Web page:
08182017Headline:

History of the Diversion of Family Planning Funds in Ohio

Tomorrow, after the subcommittees have completed their work, the full Senate Finance Committee will hear additional testimony on HB 59, the state budget bill.  This could be one of the last opportunities to advocate for the removal of language proposing to change the way federal family planning funds are distributed in Ohio.

Budget bills have long been a popular vehicle for enacting public policy in Ohio.  Because the bills are thousands of pages long (currently at 4,509 pages, HB 59 is approximately a foot and a half thick!) and contain several hundred provisions, they are often the preferred method of addressing controversial policy initiatives.

Whereas the spotlight is placed squarely on an issue that is considered in a separate, standalone piece of legislation, it is diffused across the scores of issue areas contained in a budget bill.  Language can be “hidden” among other provisions and the effect of testimony can be “diluted” as interests from every corner of the state (and beyond) advocate for or against language that may affect their clients, membership, and the general public.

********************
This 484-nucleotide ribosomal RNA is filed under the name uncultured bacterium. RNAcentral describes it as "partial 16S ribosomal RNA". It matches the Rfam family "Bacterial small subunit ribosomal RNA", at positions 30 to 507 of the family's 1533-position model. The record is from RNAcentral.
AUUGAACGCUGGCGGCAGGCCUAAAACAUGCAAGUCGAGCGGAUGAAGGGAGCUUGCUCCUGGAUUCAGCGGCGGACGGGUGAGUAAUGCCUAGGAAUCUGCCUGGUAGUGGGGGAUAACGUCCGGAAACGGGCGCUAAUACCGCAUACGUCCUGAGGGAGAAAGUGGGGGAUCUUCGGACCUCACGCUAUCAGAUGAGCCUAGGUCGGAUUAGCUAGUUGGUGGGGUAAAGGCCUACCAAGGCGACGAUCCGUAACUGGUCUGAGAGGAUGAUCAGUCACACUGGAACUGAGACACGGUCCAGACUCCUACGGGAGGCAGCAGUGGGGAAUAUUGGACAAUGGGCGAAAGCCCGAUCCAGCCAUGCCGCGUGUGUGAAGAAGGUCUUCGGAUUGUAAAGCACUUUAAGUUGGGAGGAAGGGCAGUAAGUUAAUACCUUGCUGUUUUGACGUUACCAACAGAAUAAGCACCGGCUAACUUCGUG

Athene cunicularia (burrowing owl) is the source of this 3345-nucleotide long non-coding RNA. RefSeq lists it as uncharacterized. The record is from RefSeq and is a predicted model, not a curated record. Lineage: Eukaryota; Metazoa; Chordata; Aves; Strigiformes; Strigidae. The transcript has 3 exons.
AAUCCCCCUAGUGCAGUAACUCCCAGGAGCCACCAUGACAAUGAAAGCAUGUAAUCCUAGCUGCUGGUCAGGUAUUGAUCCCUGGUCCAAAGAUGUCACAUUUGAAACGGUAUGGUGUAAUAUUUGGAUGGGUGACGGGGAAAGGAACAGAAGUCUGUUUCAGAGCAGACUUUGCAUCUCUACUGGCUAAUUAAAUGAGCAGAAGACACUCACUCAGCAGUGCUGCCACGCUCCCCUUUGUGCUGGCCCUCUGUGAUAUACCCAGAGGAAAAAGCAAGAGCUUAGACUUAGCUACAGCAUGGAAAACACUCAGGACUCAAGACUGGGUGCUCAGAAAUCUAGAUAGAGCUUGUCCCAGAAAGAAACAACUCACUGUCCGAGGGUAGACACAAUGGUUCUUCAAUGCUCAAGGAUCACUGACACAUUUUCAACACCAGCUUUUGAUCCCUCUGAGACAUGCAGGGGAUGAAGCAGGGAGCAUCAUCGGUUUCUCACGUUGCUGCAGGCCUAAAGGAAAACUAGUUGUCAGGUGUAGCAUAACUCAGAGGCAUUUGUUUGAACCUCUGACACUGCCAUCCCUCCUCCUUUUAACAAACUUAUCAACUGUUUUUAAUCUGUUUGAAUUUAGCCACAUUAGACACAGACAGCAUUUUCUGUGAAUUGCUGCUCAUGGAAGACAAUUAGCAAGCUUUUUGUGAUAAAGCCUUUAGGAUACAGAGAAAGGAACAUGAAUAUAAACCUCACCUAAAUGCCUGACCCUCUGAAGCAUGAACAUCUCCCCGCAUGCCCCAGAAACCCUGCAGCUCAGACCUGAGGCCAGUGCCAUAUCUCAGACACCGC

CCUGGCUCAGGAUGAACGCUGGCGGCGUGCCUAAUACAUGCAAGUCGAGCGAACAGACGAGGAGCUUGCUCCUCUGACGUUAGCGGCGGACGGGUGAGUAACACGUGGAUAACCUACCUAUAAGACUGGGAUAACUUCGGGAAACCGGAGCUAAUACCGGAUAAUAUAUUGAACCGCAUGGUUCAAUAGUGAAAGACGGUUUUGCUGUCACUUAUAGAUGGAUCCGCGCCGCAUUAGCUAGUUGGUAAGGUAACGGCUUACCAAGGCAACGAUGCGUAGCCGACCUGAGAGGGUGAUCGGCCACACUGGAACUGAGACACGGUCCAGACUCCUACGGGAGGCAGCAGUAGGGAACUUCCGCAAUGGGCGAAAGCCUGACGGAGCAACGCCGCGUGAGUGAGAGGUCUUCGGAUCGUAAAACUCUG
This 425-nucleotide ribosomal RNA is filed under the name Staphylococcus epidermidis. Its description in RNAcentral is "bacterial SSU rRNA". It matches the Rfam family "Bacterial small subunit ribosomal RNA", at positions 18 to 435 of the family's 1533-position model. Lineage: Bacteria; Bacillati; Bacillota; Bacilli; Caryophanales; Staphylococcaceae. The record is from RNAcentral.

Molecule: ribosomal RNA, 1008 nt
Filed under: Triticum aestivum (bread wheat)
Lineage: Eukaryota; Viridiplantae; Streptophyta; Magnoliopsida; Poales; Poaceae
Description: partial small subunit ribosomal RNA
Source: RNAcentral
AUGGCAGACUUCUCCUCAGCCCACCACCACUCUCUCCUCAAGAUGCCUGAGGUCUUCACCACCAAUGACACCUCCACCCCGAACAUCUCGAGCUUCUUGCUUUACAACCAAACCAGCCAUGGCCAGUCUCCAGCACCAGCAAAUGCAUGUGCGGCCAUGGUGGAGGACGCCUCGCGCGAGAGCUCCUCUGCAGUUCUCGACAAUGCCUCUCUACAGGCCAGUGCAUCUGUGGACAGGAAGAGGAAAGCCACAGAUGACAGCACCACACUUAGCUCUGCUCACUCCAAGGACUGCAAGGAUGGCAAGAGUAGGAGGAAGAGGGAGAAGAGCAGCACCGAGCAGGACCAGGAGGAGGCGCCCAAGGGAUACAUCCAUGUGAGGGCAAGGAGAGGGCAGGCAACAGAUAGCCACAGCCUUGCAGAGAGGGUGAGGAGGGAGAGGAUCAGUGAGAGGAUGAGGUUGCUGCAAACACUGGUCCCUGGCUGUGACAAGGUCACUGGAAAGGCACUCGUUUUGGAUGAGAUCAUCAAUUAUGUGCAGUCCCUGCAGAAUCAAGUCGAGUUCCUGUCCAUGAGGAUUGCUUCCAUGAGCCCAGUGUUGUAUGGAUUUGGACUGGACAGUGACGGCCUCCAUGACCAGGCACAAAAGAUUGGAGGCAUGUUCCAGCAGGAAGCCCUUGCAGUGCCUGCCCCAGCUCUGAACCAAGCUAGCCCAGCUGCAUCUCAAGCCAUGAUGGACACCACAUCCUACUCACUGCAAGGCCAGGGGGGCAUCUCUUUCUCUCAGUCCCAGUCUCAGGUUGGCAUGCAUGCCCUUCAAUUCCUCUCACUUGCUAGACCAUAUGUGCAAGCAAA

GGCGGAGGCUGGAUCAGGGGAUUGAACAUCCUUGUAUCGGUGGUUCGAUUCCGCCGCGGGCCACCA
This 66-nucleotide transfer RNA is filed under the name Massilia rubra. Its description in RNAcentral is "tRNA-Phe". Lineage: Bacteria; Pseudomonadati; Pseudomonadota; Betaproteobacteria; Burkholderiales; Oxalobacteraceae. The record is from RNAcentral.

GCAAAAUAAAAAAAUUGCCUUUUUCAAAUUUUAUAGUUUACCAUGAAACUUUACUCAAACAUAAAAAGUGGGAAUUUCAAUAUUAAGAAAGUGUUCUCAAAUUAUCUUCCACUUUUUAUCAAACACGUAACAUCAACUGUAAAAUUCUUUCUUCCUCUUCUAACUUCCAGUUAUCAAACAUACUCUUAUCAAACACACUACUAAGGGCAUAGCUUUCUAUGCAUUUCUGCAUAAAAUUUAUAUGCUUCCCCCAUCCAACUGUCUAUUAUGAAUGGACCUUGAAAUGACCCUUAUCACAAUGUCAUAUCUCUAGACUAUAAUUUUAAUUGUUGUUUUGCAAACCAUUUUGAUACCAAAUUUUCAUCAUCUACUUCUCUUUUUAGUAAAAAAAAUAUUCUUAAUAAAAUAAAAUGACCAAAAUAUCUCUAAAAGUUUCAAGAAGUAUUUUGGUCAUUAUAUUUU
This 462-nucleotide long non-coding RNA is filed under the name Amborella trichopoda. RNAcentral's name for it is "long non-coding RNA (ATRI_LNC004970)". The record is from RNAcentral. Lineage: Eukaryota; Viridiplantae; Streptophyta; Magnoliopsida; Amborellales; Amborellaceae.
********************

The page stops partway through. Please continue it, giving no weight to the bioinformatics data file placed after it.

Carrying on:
It should come as no surprise that, of the six most recent attempts to alter the way family planning funds are distributed in Ohio, four have come by way of a budget bill (indicated by an asterisk below).  Two attempts have been successful, one was rebuffed, and HB 59 represents the current attempt.

1)      HB 95* (125 General Assembly) changed the way that $ 1.7 million in state family planning funds were distributed, giving priority to local health departments, effectively eliminating Planned Parenthood from qualifying for these limited funds as of January 1, 2004.

2)      The following session, this language was made permanent in HB 530*, the capital reappropriations bill.

The most aggressive attempts to divert federal family planning funds have occurred over the last two years.